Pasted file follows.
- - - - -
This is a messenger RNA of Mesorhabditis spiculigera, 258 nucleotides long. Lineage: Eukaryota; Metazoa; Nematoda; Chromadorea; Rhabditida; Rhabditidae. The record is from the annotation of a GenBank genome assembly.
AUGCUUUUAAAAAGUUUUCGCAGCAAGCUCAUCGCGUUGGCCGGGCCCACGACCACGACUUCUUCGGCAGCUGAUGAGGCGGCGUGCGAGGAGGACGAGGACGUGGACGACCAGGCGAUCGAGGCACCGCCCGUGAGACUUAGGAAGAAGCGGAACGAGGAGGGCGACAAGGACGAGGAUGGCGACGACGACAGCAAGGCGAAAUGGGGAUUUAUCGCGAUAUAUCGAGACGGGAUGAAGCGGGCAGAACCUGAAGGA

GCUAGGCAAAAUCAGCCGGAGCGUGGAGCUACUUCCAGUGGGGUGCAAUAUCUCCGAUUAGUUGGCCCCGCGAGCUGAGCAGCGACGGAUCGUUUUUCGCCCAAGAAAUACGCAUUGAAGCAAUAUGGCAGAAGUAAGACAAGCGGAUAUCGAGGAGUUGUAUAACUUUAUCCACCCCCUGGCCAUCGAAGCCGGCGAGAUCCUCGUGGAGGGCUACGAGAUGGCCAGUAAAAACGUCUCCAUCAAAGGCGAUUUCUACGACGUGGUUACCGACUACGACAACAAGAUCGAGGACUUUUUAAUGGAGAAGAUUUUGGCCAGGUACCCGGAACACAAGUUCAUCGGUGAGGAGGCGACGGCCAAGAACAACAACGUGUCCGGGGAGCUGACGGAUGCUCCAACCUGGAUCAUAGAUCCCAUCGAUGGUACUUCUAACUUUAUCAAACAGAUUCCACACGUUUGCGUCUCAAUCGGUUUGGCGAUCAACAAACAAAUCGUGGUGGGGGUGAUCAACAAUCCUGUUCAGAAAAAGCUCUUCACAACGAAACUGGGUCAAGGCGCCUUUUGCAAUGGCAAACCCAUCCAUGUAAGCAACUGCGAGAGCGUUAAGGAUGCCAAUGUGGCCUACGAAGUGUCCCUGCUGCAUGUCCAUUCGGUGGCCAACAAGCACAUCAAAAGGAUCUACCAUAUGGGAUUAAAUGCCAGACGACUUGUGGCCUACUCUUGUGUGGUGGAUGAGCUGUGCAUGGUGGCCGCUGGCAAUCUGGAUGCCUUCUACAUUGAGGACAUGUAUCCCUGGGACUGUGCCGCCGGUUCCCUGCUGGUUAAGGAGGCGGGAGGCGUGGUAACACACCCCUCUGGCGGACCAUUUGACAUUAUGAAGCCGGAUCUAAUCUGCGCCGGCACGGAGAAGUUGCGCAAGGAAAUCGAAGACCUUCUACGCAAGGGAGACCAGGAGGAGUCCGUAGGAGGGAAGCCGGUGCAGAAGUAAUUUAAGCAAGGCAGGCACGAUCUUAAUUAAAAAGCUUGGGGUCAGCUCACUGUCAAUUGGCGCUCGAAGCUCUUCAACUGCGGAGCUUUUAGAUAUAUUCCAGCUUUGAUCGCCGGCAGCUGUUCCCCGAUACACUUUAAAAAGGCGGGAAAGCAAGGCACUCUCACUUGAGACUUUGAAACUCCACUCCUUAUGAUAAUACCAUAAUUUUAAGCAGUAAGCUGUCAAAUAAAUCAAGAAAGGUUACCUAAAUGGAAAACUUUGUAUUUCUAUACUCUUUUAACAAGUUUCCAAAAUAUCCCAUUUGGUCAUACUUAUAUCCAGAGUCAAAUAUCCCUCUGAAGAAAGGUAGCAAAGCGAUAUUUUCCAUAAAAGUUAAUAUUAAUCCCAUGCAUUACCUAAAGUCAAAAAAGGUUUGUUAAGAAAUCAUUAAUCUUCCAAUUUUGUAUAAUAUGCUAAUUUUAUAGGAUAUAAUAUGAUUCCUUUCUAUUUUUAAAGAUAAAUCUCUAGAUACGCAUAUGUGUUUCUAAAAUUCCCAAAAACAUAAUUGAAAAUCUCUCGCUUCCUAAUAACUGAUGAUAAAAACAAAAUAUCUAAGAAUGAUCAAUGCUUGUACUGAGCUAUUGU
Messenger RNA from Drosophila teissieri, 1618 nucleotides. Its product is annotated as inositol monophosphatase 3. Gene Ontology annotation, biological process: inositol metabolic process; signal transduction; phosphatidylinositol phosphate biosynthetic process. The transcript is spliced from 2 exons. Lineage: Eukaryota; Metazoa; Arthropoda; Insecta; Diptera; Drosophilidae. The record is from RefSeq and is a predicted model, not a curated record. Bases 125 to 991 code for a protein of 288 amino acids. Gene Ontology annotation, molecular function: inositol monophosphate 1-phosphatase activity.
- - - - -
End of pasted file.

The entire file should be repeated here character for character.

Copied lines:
This is a messenger RNA of Mesorhabditis spiculigera, 258 nucleotides long. Lineage: Eukaryota; Metazoa; Nematoda; Chromadorea; Rhabditida; Rhabditidae. The record is from the annotation of a GenBank genome assembly.
AUGCUUUUAAAAAGUUUUCGCAGCAAGCUCAUCGCGUUGGCCGGGCCCACGACCACGACUUCUUCGGCAGCUGAUGAGGCGGCGUGCGAGGAGGACGAGGACGUGGACGACCAGGCGAUCGAGGCACCGCCCGUGAGACUUAGGAAGAAGCGGAACGAGGAGGGCGACAAGGACGAGGAUGGCGACGACGACAGCAAGGCGAAAUGGGGAUUUAUCGCGAUAUAUCGAGACGGGAUGAAGCGGGCAGAACCUGAAGGA

GCUAGGCAAAAUCAGCCGGAGCGUGGAGCUACUUCCAGUGGGGUGCAAUAUCUCCGAUUAGUUGGCCCCGCGAGCUGAGCAGCGACGGAUCGUUUUUCGCCCAAGAAAUACGCAUUGAAGCAAUAUGGCAGAAGUAAGACAAGCGGAUAUCGAGGAGUUGUAUAACUUUAUCCACCCCCUGGCCAUCGAAGCCGGCGAGAUCCUCGUGGAGGGCUACGAGAUGGCCAGUAAAAACGUCUCCAUCAAAGGCGAUUUCUACGACGUGGUUACCGACUACGACAACAAGAUCGAGGACUUUUUAAUGGAGAAGAUUUUGGCCAGGUACCCGGAACACAAGUUCAUCGGUGAGGAGGCGACGGCCAAGAACAACAACGUGUCCGGGGAGCUGACGGAUGCUCCAACCUGGAUCAUAGAUCCCAUCGAUGGUACUUCUAACUUUAUCAAACAGAUUCCACACGUUUGCGUCUCAAUCGGUUUGGCGAUCAACAAACAAAUCGUGGUGGGGGUGAUCAACAAUCCUGUUCAGAAAAAGCUCUUCACAACGAAACUGGGUCAAGGCGCCUUUUGCAAUGGCAAACCCAUCCAUGUAAGCAACUGCGAGAGCGUUAAGGAUGCCAAUGUGGCCUACGAAGUGUCCCUGCUGCAUGUCCAUUCGGUGGCCAACAAGCACAUCAAAAGGAUCUACCAUAUGGGAUUAAAUGCCAGACGACUUGUGGCCUACUCUUGUGUGGUGGAUGAGCUGUGCAUGGUGGCCGCUGGCAAUCUGGAUGCCUUCUACAUUGAGGACAUGUAUCCCUGGGACUGUGCCGCCGGUUCCCUGCUGGUUAAGGAGGCGGGAGGCGUGGUAACACACCCCUCUGGCGGACCAUUUGACAUUAUGAAGCCGGAUCUAAUCUGCGCCGGCACGGAGAAGUUGCGCAAGGAAAUCGAAGACCUUCUACGCAAGGGAGACCAGGAGGAGUCCGUAGGAGGGAAGCCGGUGCAGAAGUAAUUUAAGCAAGGCAGGCACGAUCUUAAUUAAAAAGCUUGGGGUCAGCUCACUGUCAAUUGGCGCUCGAAGCUCUUCAACUGCGGAGCUUUUAGAUAUAUUCCAGCUUUGAUCGCCGGCAGCUGUUCCCCGAUACACUUUAAAAAGGCGGGAAAGCAAGGCACUCUCACUUGAGACUUUGAAACUCCACUCCUUAUGAUAAUACCAUAAUUUUAAGCAGUAAGCUGUCAAAUAAAUCAAGAAAGGUUACCUAAAUGGAAAACUUUGUAUUUCUAUACUCUUUUAACAAGUUUCCAAAAUAUCCCAUUUGGUCAUACUUAUAUCCAGAGUCAAAUAUCCCUCUGAAGAAAGGUAGCAAAGCGAUAUUUUCCAUAAAAGUUAAUAUUAAUCCCAUGCAUUACCUAAAGUCAAAAAAGGUUUGUUAAGAAAUCAUUAAUCUUCCAAUUUUGUAUAAUAUGCUAAUUUUAUAGGAUAUAAUAUGAUUCCUUUCUAUUUUUAAAGAUAAAUCUCUAGAUACGCAUAUGUGUUUCUAAAAUUCCCAAAAACAUAAUUGAAAAUCUCUCGCUUCCUAAUAACUGAUGAUAAAAACAAAAUAUCUAAGAAUGAUCAAUGCUUGUACUGAGCUAUUGU
Messenger RNA from Drosophila teissieri, 1618 nucleotides. Its product is annotated as inositol monophosphatase 3. Gene Ontology annotation, biological process: inositol metabolic process; signal transduction; phosphatidylinositol phosphate biosynthetic process. The transcript is spliced from 2 exons. Lineage: Eukaryota; Metazoa; Arthropoda; Insecta; Diptera; Drosophilidae. The record is from RefSeq and is a predicted model, not a curated record. Bases 125 to 991 code for a protein of 288 amino acids. Gene Ontology annotation, molecular function: inositol monophosphate 1-phosphatase activity.